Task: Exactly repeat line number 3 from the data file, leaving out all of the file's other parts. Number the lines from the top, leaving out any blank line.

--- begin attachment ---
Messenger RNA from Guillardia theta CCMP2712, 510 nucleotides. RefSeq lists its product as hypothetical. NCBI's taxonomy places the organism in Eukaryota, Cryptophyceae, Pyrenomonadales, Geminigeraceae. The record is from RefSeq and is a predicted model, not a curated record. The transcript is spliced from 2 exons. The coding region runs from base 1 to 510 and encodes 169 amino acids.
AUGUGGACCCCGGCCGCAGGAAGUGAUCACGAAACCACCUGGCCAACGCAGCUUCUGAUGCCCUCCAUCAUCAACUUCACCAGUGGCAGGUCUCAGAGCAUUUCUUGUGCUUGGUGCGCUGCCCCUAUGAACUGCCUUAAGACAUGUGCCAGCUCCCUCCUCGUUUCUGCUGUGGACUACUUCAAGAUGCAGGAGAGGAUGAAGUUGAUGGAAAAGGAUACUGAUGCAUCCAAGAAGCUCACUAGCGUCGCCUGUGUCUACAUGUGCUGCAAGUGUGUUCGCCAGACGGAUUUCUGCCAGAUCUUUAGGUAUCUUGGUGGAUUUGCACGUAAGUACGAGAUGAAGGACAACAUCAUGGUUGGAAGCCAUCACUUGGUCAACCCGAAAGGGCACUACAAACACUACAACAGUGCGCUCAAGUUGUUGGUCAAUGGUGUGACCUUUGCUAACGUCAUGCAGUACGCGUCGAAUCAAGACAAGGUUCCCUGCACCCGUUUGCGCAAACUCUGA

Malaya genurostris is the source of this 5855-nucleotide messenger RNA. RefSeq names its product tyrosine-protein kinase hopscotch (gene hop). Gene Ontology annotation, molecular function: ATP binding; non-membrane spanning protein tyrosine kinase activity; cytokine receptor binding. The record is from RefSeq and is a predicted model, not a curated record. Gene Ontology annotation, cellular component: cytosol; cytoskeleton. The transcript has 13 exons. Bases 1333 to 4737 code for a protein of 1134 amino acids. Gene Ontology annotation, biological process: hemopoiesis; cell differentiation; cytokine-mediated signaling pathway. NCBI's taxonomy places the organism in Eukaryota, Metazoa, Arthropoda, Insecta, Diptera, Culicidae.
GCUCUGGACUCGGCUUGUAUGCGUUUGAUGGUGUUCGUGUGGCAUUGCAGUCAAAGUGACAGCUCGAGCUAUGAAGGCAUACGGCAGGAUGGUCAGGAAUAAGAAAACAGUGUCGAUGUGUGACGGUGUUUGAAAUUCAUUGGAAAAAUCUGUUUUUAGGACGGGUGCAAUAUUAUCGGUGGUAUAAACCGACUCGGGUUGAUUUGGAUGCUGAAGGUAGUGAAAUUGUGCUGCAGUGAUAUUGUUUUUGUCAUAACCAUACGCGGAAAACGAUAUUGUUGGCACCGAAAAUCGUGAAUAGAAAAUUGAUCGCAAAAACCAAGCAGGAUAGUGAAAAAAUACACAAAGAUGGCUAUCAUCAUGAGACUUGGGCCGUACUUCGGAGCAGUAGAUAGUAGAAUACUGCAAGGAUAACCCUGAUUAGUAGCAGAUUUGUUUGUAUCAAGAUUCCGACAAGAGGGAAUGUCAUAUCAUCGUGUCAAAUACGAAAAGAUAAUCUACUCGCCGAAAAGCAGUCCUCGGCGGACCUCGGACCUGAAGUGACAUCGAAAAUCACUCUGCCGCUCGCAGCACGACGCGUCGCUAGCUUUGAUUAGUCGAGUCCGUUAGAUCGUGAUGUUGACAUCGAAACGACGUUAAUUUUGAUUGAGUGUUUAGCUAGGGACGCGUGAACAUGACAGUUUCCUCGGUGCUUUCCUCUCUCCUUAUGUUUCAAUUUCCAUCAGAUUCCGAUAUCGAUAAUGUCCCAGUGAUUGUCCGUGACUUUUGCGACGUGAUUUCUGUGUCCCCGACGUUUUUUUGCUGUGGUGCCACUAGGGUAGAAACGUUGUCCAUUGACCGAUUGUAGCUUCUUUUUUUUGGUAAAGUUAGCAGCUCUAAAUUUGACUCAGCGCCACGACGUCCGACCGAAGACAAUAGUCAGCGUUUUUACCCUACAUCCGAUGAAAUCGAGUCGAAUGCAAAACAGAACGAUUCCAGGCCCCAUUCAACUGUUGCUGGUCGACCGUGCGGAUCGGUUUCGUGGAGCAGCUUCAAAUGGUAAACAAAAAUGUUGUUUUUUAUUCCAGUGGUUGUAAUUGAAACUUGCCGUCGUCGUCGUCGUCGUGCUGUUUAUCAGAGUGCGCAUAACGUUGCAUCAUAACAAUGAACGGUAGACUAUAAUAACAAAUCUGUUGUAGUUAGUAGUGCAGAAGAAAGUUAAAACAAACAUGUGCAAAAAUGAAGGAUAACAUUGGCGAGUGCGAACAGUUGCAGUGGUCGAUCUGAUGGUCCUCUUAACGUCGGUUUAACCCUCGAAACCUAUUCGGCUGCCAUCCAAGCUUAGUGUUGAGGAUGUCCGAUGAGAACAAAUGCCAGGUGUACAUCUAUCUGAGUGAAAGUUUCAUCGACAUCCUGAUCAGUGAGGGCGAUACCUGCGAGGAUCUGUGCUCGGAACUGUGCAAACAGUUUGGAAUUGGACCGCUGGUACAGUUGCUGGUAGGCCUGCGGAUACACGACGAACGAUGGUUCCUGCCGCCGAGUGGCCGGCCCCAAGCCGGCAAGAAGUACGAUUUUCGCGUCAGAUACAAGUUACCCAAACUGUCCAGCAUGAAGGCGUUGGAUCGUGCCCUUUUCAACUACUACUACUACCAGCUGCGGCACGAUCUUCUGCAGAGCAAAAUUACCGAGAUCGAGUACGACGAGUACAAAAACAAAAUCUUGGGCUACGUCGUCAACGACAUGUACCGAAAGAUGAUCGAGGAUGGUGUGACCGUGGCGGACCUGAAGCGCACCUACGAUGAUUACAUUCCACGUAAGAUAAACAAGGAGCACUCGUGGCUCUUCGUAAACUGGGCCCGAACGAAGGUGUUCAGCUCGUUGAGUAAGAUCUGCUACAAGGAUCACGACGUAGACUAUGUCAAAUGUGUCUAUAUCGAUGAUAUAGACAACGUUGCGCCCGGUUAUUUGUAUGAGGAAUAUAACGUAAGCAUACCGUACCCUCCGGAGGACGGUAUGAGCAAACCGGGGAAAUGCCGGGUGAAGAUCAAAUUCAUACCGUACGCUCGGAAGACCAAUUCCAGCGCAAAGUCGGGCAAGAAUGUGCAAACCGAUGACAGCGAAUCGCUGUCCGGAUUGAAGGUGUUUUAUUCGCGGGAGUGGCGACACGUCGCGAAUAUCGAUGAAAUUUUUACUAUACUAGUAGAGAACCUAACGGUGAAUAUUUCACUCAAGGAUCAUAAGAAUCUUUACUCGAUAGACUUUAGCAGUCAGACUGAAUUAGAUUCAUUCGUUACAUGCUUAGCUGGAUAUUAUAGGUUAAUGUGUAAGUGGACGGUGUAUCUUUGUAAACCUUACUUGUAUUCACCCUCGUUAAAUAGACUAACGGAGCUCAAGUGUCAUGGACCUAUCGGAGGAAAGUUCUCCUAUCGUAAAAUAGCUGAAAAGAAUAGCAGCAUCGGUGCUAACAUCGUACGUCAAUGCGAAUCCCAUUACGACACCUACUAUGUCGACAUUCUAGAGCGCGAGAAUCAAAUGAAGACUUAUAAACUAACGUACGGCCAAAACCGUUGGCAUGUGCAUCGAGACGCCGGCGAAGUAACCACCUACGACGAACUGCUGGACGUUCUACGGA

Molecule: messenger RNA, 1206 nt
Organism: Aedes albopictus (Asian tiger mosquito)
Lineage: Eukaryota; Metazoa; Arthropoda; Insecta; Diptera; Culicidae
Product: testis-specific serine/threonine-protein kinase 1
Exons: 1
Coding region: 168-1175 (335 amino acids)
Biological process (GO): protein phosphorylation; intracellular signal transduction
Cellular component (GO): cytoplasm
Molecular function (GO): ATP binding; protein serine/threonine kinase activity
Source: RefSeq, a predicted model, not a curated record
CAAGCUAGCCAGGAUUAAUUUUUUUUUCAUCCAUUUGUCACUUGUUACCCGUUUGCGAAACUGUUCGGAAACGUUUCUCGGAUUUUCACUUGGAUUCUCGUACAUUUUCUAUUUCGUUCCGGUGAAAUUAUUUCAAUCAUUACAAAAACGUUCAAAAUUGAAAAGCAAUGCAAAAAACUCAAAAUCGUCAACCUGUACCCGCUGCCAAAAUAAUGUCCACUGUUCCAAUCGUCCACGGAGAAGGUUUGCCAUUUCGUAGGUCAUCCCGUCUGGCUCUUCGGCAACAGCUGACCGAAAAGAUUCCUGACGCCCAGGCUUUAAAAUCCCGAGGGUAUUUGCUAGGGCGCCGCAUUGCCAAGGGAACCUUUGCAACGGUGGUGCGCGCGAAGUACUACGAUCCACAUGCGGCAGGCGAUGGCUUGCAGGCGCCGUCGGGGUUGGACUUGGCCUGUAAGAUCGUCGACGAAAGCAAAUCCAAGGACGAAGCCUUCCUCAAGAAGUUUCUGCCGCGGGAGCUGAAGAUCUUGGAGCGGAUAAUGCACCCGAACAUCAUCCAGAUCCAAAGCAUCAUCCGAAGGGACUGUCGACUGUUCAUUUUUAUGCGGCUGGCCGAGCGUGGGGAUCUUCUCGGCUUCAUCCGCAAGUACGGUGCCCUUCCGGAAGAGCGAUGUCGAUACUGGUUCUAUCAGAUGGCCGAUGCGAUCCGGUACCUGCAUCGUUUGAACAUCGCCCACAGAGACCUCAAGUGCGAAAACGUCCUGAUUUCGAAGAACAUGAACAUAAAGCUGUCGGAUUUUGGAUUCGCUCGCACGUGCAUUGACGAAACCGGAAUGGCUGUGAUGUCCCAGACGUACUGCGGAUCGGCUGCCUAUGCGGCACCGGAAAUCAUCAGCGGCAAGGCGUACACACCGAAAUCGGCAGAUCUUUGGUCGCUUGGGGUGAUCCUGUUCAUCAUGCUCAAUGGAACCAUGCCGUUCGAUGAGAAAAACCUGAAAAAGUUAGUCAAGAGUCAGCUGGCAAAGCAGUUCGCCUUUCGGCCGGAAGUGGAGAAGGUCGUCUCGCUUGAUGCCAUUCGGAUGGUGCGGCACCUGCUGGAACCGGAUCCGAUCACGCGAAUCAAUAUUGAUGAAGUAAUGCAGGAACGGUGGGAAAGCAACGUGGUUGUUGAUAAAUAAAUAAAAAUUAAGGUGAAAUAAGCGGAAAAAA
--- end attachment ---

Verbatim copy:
Malaya genurostris is the source of this 5855-nucleotide messenger RNA. RefSeq names its product tyrosine-protein kinase hopscotch (gene hop). Gene Ontology annotation, molecular function: ATP binding; non-membrane spanning protein tyrosine kinase activity; cytokine receptor binding. The record is from RefSeq and is a predicted model, not a curated record. Gene Ontology annotation, cellular component: cytosol; cytoskeleton. The transcript has 13 exons. Bases 1333 to 4737 code for a protein of 1134 amino acids. Gene Ontology annotation, biological process: hemopoiesis; cell differentiation; cytokine-mediated signaling pathway. NCBI's taxonomy places the organism in Eukaryota, Metazoa, Arthropoda, Insecta, Diptera, Culicidae.